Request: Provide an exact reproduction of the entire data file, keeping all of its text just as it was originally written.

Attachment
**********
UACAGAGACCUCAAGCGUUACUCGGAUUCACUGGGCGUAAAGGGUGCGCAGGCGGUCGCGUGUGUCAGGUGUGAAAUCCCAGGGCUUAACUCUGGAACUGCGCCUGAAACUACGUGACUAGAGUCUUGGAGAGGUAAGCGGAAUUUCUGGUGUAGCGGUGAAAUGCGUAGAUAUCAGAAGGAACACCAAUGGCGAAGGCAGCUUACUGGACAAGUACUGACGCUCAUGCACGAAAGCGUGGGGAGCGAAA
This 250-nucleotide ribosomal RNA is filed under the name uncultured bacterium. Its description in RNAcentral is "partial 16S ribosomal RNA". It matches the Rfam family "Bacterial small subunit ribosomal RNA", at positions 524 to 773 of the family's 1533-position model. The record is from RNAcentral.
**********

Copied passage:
UACAGAGACCUCAAGCGUUACUCGGAUUCACUGGGCGUAAAGGGUGCGCAGGCGGUCGCGUGUGUCAGGUGUGAAAUCCCAGGGCUUAACUCUGGAACUGCGCCUGAAACUACGUGACUAGAGUCUUGGAGAGGUAAGCGGAAUUUCUGGUGUAGCGGUGAAAUGCGUAGAUAUCAGAAGGAACACCAAUGGCGAAGGCAGCUUACUGGACAAGUACUGACGCUCAUGCACGAAAGCGUGGGGAGCGAAA
This 250-nucleotide ribosomal RNA is filed under the name uncultured bacterium. Its description in RNAcentral is "partial 16S ribosomal RNA". It matches the Rfam family "Bacterial small subunit ribosomal RNA", at positions 524 to 773 of the family's 1533-position model. The record is from RNAcentral.